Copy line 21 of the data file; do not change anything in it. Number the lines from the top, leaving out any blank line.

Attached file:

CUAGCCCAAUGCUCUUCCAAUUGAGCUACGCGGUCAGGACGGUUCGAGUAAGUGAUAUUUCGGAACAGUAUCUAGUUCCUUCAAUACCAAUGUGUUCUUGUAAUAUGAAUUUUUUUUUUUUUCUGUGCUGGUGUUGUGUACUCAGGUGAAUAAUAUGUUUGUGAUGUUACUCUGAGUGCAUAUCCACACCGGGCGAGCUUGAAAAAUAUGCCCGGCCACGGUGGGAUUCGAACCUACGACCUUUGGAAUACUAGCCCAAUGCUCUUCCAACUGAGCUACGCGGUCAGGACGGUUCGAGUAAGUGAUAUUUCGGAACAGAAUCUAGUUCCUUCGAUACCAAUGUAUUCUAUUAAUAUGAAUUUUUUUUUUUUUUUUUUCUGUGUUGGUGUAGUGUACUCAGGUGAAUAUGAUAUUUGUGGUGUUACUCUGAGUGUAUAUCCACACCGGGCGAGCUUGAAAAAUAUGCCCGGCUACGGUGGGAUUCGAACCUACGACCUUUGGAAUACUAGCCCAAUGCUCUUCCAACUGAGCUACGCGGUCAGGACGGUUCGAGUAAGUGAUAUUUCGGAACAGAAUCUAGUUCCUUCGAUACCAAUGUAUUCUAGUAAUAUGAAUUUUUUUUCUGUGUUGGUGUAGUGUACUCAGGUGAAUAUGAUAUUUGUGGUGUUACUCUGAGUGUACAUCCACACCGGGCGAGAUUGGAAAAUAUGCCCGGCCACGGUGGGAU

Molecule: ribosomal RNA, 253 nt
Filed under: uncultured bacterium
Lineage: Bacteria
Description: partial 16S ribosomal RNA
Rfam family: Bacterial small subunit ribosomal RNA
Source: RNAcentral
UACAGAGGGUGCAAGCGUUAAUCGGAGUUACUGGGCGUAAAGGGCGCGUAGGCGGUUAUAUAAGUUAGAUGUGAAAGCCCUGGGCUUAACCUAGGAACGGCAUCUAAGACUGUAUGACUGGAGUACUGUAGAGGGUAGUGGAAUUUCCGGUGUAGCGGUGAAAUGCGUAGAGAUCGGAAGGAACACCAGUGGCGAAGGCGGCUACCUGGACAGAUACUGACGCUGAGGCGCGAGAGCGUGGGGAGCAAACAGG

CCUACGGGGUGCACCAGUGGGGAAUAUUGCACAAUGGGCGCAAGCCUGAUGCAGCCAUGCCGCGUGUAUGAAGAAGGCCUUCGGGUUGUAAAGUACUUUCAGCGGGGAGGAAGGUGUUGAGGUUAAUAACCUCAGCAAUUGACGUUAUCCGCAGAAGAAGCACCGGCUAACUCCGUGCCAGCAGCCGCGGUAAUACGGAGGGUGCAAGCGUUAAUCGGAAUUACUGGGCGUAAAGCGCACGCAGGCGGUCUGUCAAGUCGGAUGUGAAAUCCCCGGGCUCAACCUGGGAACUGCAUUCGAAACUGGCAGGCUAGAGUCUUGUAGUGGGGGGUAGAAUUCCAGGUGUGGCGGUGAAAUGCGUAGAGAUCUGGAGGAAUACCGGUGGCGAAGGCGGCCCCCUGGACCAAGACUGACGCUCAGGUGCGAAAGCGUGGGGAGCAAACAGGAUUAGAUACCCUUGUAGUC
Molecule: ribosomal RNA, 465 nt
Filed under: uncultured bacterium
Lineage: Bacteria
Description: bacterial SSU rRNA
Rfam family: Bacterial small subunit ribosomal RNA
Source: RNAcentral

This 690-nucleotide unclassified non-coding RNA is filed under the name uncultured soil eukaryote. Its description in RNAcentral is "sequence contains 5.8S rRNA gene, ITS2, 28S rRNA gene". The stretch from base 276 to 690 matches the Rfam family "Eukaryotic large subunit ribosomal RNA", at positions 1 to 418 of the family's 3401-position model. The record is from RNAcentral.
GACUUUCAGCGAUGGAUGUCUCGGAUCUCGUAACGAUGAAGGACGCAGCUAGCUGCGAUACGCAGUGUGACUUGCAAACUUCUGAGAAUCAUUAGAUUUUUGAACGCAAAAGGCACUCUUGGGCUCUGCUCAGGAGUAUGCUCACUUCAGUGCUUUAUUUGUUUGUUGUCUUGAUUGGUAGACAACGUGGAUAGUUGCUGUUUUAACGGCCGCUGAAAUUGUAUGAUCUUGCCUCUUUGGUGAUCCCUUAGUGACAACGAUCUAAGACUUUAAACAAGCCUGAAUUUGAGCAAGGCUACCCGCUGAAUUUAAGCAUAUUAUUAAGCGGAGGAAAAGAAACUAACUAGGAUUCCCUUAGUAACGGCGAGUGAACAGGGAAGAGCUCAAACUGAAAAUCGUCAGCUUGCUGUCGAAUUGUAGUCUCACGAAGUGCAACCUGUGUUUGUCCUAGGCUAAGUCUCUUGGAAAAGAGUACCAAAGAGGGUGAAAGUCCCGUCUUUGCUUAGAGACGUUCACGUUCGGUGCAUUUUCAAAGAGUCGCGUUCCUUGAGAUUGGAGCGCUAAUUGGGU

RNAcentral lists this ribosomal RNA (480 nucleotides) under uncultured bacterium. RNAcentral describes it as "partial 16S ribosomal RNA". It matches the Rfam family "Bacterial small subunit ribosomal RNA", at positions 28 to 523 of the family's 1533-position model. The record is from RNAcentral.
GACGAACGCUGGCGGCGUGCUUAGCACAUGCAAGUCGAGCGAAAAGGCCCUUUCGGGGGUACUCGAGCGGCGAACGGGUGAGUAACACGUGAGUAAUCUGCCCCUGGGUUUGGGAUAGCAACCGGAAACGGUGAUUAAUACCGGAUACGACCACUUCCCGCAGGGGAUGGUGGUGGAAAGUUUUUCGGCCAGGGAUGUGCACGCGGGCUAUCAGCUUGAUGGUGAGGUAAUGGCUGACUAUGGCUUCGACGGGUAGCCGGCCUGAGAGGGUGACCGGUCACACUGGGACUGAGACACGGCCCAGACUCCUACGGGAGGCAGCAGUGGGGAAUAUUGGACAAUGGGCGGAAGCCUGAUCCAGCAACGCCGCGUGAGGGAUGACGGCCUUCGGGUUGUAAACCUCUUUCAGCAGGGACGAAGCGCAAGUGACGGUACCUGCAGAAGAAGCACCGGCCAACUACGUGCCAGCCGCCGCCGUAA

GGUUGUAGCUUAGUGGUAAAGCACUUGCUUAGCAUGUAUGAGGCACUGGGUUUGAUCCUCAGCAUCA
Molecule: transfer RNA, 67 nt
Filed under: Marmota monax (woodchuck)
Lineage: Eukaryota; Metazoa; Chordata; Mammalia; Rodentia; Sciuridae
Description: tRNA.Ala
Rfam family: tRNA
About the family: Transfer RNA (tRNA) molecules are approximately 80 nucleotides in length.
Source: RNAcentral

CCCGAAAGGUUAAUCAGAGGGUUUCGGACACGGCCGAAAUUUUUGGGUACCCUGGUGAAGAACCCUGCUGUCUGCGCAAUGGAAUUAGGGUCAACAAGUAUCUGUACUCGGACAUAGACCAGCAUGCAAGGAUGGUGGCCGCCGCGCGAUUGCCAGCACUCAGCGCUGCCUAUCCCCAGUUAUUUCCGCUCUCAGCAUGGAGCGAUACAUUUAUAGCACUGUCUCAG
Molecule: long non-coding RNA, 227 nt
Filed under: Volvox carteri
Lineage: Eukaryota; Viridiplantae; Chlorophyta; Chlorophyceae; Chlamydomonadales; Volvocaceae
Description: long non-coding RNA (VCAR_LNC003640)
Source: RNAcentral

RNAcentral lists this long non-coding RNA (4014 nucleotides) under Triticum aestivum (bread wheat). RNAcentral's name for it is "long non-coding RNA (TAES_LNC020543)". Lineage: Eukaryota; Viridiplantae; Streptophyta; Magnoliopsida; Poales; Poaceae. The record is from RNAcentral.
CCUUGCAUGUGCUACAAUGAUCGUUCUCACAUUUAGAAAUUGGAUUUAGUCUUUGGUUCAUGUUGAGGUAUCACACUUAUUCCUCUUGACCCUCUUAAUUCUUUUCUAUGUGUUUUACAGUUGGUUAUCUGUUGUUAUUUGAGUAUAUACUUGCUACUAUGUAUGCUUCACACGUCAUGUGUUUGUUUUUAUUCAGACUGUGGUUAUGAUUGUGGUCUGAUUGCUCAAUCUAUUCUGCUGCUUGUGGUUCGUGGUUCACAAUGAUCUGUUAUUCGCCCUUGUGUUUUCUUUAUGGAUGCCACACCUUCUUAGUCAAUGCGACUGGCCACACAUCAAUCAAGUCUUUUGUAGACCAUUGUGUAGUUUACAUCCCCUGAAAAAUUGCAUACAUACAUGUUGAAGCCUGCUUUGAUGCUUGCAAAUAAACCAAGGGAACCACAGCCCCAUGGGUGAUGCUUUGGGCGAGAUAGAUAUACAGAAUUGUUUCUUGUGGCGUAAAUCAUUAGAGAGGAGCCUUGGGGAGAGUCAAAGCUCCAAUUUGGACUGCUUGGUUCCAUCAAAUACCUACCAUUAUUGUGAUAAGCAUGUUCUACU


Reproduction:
Molecule: transfer RNA, 67 nt